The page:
Afghanistan’s most exciting mineral prospect is a large copper deposit at Aynak, 50km south-east of Kabul. It was first surveyed in the 1970s by the Soviets, who spent a further 10 years studying the prospect, going so far as designing an open pit mine. But the war intervened, and the Soviet survey documents almost became a casualty, passing hands between different fighters. Once the Taliban came to power, the records were hidden to prevent their destruction – and rushed away for safe-keeping when the Taliban government fell. In this climate, the sector never developed.

 On the record

Today, the British Geological Society is in Kabul to assist its Afghan counterpart organisation to catalogue, translate and record on to a database similar survey records. The plan is to process more than 2000 reports and prepare the most promising projects– such as the Aynak copper deposit – for international tender.


Already, the Koreans have expressed an interest in Aynak, and other commodity-hungry Asian nations are also circling. More work is needed to prove the economic viability of the prospects but the first steps are being taken towards developing a sector which promises a great deal.

According to the World Bank’s Multilateral Investment Guarantee Agency (MIGA), there are known deposits of commercially valuable minerals and metals in Afghanistan, including beryllium, coal, chrome, copper, gold, iron, lead, manganese, nickel, salt rock, silver, uranium and zinc. The country’s known precious and semi-precious minerals include alabaster, amethyst, beryl, emerald, jade, lapis lazuli, quartz, ruby, sapphire and tourmaline. There are also several types of stone suitable for construction materials, including marble.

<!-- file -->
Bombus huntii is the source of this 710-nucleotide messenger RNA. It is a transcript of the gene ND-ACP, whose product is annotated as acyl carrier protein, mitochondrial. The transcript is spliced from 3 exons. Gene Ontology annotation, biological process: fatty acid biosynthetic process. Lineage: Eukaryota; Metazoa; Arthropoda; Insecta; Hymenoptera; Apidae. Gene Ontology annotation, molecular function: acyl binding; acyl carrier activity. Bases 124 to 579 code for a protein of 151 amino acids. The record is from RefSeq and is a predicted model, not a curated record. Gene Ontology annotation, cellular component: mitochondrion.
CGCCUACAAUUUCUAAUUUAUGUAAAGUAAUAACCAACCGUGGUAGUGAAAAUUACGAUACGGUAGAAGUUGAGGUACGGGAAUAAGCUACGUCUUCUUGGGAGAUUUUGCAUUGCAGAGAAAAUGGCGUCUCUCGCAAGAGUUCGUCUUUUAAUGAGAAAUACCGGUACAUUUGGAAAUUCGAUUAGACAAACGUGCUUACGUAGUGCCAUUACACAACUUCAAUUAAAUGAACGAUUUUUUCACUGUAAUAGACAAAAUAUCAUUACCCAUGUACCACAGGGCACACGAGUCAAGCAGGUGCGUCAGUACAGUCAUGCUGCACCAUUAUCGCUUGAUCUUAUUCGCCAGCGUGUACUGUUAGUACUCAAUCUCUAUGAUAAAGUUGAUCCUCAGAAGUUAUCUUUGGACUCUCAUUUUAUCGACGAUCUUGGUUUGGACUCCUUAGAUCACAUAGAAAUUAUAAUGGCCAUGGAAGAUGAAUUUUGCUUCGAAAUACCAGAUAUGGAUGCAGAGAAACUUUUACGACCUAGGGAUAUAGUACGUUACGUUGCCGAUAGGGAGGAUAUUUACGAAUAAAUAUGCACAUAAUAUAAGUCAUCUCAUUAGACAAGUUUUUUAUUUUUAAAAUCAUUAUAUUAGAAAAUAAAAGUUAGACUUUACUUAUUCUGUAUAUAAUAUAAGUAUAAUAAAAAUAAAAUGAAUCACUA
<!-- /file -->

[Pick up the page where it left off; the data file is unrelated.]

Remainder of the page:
The sector is characterised by defunct state-owned enterprises (only a few of which are minimally operative), numerous informal sector mining operations and a few functioning end-users, such as construction materials producers and stone-based handicraft artisans.

To date, the Afghan mining policy remains incomplete, and private investment in exploration and extraction has yet to be legally sanctioned. Much of the known commercial reserves of minerals remain under state control. At the same time state-owned enterprises that dominated industries, such as coal, have yet to be privatised. As a result, there is no foreign investment in the Afghan mining sector, although overseas investors have expressed interest.

 Other challenges

Added to this, some of the country’s most promising areas for minerals exploration are in areas where anti-government forces operate, particularly along the border with Pakistan where local leaders remain in power. The sector also faces threats from unexploded ordinance, a legacy of war.

World Bank projections suggest the annual value of Afghanistan’s coal, quarries, sand, salt, gemstones and copper reserves could reach $253m by 2008, up from the current value of $60m, if reforms are enacted. For this to happen, public sector investment of $100m and private sector investment of $360m will be required. Vast areas of the country remain unexplored, so the value is potentially far greater.

 Demand on the rise

Reliable statistics on minerals production and activities are virtually non-existent. However, there has been a marked increase in demand for minerals and quarry materials to supply the needs of the road building programme and booming general construction industry. There is thus considerable scope in the immediate term to improve existing production and, over the longer term, to stimulate new investment in the sector.

The government recognises the inherent potential of the sector, noting a potential income of $18m in royalties and taxes; up to 7500 new jobs; and a positive export balance of $66m, based on modest assumptions. An additional spur to government is the looming energy crunch – the country’s coal could be used to fuel power stations.

Few other industries can match this sort of potential. Mining companies are among the best suited to operate in difficult environments, with experience of dealing with security and providing their own infrastructure. For these reasons, developing the sector is a priority for the government and, as such, the outlook for legal and regulatory reform is bright.